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UCL Home  /  Geography  /  Blog  /  Blog Entries  /  New York City Teenage Angst

New York City Teenage Angst

Posted by Ajay Chauhan at Mar 05, 2018 09:00 AM |

By Angelos Angelidis

Over the winter break, Angelos explored New York as well as his interest in photography. Read on to hear how he is expanding his skill set and broadening the scope of his academic studies while abroad.

Angelos Angelidis1.jpg

I think that for a lot of people going through university, uncertainty with regards to our future career path is perhaps one of the major factors causing anxiety. Personally, I went into university as a physical geographer but I am currently particularly interested in working in the arts. Whether that would be in the film industry or at a museum I do not know yet and I am not even sure if this is just a phase that will eventually fade away. However, I know that as a person I cannot constrain myself in terms of what I am genuinely interested in, even if that means that I end up being a jack of all trades but a master of none. Therefore, I am embracing the multifaceted nature of my identity and I am seeing my year abroad in University of Toronto, as an opportunity to broaden my academic curriculum specifically to include art history, cinema studies and photography courses.

Angelos Angelidis2.jpgAfter having completed a “Photography 1” course and working with a film camera for the first half of the fall semester, I was very excited to shoot film in my winter break. Being a mere 12-hour bus ride away from Toronto, I went on a trip to New York City with a good friend of mine and I carried around a Kodak disposable camera (with a Kodak Max Versatility Plus 800 colour film) and a Nikon FM10 (with an Ilford 400 black & white film). We stayed in the city for six days and it was buzzing with life. The saying that New York City is the city that never sleeps was true since even behind the walls of our hotel room we could still hear cars and sirens late at night, making them an integral sonic element of the dazzling urban fabric. It was surprising to see how the metropolis that epitomises the peak of capitalist consumerism was not as “modern” as it is usually perceived to be. The old public transport infrastructure alongside the large number of skyscrapers that were built in the 20th century, give the city a sense of history deeply embedded amongst more contemporary buildings towering above one’s head. Generally, the soaring height of most buildings provides more space for architects to experiment with eye-catching designs, that create a very iconic skyline.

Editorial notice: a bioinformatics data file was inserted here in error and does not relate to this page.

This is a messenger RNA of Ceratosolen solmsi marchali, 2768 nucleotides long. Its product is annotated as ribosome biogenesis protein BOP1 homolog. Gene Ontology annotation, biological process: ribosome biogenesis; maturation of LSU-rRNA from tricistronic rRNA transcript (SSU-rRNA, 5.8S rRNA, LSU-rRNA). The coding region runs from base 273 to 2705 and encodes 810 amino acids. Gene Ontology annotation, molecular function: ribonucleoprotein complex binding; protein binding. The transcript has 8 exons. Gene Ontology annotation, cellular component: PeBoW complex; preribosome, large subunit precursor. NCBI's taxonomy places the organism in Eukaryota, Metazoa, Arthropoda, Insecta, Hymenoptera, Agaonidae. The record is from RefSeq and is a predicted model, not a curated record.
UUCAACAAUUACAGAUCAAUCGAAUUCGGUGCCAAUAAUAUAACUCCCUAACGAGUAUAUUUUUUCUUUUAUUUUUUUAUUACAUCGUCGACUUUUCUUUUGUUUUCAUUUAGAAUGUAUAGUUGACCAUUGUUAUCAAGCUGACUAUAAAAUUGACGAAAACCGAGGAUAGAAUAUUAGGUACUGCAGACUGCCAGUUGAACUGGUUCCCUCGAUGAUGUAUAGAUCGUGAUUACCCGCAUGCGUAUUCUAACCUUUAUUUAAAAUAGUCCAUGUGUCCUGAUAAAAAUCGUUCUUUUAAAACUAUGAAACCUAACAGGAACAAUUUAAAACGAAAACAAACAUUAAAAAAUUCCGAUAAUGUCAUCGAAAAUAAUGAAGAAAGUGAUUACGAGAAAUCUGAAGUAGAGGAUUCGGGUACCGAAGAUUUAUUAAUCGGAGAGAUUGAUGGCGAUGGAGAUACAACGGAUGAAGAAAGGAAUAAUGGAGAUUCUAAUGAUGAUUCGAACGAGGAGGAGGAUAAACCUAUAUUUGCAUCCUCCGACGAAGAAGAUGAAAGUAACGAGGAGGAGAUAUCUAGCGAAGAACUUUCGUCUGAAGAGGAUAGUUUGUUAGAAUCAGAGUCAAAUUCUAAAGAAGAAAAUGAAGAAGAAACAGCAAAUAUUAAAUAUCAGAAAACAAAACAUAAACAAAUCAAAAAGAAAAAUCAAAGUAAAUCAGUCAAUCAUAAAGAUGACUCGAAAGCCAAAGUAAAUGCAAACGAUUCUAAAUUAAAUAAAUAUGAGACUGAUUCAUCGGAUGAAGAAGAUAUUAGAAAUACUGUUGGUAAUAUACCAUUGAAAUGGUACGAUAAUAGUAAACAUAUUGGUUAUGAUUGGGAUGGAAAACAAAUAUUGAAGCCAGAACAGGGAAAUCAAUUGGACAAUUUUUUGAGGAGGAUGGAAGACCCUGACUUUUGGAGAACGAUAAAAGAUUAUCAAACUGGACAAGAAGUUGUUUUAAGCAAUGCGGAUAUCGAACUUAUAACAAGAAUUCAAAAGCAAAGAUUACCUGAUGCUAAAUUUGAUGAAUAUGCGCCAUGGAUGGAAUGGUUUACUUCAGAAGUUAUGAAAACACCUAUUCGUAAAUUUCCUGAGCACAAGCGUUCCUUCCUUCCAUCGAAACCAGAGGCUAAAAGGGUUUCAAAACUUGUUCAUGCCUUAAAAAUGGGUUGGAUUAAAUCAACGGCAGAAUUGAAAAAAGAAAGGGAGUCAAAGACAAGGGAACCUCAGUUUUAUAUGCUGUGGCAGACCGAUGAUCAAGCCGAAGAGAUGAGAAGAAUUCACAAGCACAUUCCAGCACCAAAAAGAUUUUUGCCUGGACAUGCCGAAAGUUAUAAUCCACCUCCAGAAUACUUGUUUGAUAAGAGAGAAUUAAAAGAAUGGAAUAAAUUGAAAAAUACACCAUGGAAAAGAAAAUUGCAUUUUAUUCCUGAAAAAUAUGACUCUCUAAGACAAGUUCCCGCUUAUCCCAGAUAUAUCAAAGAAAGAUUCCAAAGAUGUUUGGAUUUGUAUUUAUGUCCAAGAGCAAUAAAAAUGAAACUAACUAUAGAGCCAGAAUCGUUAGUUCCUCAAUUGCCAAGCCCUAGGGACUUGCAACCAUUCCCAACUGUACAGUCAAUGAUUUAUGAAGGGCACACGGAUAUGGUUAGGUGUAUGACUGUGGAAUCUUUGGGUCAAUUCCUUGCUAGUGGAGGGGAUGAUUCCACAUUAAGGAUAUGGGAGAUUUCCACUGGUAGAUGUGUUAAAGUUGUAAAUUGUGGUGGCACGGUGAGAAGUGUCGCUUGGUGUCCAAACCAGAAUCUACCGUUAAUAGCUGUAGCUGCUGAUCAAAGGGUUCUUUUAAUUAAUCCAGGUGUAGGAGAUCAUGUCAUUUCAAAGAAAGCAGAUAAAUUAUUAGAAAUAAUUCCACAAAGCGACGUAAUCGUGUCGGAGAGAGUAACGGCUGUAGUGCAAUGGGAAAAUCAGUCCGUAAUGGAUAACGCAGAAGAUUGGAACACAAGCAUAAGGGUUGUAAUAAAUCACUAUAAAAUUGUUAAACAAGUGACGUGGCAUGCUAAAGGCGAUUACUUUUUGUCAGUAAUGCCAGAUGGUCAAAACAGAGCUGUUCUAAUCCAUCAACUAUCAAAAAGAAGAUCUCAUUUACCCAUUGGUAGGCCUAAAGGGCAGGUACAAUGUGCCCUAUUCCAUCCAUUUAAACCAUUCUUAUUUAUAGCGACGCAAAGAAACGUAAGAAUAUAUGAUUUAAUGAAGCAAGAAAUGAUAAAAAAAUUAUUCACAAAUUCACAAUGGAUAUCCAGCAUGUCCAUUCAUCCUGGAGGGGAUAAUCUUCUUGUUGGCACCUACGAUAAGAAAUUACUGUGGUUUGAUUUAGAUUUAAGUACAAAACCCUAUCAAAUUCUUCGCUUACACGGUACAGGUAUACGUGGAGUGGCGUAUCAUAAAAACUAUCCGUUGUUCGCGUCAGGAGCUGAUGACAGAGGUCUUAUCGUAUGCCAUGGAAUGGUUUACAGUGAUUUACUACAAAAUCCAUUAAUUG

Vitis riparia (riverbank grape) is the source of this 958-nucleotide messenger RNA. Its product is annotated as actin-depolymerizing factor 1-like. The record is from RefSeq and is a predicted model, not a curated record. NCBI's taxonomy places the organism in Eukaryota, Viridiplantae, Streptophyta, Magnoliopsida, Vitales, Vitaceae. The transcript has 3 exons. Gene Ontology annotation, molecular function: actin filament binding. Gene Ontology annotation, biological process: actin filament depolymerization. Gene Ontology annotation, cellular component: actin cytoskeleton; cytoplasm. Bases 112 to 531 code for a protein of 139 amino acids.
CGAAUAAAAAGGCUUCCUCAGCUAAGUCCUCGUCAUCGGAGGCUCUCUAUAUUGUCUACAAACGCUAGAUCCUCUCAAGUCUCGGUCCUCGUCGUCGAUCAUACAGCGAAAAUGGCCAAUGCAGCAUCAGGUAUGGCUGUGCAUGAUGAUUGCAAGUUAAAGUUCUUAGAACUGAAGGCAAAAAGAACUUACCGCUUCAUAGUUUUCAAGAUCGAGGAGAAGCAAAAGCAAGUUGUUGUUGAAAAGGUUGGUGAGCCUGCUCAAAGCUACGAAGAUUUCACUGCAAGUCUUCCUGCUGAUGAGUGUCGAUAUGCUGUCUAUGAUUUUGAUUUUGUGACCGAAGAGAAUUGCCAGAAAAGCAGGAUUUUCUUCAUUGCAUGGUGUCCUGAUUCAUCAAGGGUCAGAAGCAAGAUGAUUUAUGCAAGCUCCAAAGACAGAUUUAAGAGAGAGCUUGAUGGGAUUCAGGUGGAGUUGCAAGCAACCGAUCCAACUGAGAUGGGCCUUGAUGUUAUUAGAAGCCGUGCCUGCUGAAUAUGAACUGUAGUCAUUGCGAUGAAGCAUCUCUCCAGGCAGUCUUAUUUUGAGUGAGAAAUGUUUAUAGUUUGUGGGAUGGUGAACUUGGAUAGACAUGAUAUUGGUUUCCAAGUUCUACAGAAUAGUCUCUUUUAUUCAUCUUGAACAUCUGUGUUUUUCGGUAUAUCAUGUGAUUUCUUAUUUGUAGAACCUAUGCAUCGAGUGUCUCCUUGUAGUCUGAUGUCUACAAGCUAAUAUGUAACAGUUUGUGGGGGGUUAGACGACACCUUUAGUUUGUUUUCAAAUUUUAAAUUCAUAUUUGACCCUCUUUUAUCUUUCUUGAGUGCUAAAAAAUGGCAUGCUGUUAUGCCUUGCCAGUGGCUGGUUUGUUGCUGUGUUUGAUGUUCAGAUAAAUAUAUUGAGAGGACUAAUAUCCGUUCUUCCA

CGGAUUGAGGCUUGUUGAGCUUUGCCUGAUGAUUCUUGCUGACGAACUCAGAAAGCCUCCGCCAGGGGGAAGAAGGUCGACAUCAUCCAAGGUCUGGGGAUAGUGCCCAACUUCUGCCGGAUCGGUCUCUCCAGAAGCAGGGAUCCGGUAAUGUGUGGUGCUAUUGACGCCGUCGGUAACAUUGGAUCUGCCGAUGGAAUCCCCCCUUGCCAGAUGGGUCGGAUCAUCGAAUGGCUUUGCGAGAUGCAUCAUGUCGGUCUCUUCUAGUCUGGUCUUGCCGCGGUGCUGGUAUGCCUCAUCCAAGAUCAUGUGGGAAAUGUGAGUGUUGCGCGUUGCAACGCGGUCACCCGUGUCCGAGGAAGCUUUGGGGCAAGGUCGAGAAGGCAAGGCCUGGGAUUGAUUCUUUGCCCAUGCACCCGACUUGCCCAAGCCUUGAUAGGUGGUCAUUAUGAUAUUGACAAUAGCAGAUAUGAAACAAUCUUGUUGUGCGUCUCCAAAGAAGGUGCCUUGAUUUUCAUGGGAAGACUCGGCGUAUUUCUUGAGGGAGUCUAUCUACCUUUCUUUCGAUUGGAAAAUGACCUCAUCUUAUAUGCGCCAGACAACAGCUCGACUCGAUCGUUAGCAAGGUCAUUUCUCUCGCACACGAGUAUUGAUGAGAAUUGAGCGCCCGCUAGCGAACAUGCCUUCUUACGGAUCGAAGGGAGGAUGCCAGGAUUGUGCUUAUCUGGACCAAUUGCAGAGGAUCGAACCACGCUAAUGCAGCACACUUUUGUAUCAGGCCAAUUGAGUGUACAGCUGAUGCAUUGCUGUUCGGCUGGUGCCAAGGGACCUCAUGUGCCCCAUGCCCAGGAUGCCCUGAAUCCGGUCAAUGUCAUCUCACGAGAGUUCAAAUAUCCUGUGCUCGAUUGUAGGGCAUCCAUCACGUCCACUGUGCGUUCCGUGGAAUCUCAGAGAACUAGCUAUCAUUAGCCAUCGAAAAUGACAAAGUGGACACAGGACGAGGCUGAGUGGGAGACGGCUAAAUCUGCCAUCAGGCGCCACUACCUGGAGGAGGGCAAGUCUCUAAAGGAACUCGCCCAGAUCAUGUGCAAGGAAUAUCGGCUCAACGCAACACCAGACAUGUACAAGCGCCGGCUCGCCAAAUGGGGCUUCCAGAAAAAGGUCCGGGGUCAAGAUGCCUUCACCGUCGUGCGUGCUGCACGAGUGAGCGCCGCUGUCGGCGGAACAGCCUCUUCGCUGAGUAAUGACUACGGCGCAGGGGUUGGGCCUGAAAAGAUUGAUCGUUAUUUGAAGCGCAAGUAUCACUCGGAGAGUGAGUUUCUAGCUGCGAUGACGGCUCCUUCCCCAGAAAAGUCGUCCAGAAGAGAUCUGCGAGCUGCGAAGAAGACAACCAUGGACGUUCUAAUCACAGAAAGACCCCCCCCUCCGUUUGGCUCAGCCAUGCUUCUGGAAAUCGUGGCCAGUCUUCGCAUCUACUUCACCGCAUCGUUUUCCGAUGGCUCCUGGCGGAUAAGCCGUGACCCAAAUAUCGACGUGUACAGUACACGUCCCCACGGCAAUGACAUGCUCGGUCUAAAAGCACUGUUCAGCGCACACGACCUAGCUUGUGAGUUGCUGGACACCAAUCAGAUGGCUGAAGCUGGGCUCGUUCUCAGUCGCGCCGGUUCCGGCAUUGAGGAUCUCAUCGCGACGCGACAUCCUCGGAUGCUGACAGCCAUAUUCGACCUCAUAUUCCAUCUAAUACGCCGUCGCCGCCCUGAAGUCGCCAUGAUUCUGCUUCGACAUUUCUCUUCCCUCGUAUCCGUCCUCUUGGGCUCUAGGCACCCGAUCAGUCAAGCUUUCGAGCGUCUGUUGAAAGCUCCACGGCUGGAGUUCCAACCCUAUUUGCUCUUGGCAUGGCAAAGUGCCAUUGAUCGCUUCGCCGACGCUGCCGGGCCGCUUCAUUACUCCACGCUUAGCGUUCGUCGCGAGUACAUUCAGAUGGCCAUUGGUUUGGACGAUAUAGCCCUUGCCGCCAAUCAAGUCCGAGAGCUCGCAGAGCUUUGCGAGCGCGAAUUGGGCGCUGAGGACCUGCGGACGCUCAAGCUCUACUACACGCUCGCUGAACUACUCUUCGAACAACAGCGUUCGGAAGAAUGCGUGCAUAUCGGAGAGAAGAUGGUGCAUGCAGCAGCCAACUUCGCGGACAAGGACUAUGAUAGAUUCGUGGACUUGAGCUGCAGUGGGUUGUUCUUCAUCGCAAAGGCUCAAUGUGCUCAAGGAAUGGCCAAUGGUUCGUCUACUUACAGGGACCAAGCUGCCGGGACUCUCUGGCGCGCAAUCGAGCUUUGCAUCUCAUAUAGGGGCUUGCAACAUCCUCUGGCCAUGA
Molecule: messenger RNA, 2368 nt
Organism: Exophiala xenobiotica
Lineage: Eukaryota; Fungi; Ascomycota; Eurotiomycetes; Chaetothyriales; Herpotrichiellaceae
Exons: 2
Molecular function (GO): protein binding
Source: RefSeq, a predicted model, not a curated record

The most shocking aspect of the city was the large number of homeless people sleeping in the streets of Manhattan and inside subway waggons. It is so easy to make yourself immune to the sight of homeless people in New York City just to avoid accepting the falsity of upward social mobility that the American Dream promises to the masses. In a way, being able to live and survive in New York City requires you to be brutally individualistic at times. The notion of individual freedom that is so famously represented by the Statue of Liberty masks and hides an underlying obedience to the forces of capitalism.

Overall, the trip was a great experience and an opportunity for me to practise my photography skills a bit more. This coming semester I will be taking a “Photography 2” class since I felt that the “Photography 1” course allowed me to explore my creativity and gain new skills that might one day prove to be very useful in terms of pursuing the right career for me. I am still unclear as to what I want to do and new options have been put on the table, such as working in the film industry, which is stressful in terms of not feeling qualified enough to pursue my interests. However, I remind myself that I should view my anxiety about the future as a marker of privilege of having enough options to choose from rather than it being caused by lack of opportunities. Therefore, I am glad that this year abroad has given me the freedom to further broaden the scope of my academic studies and gain new practical skills.

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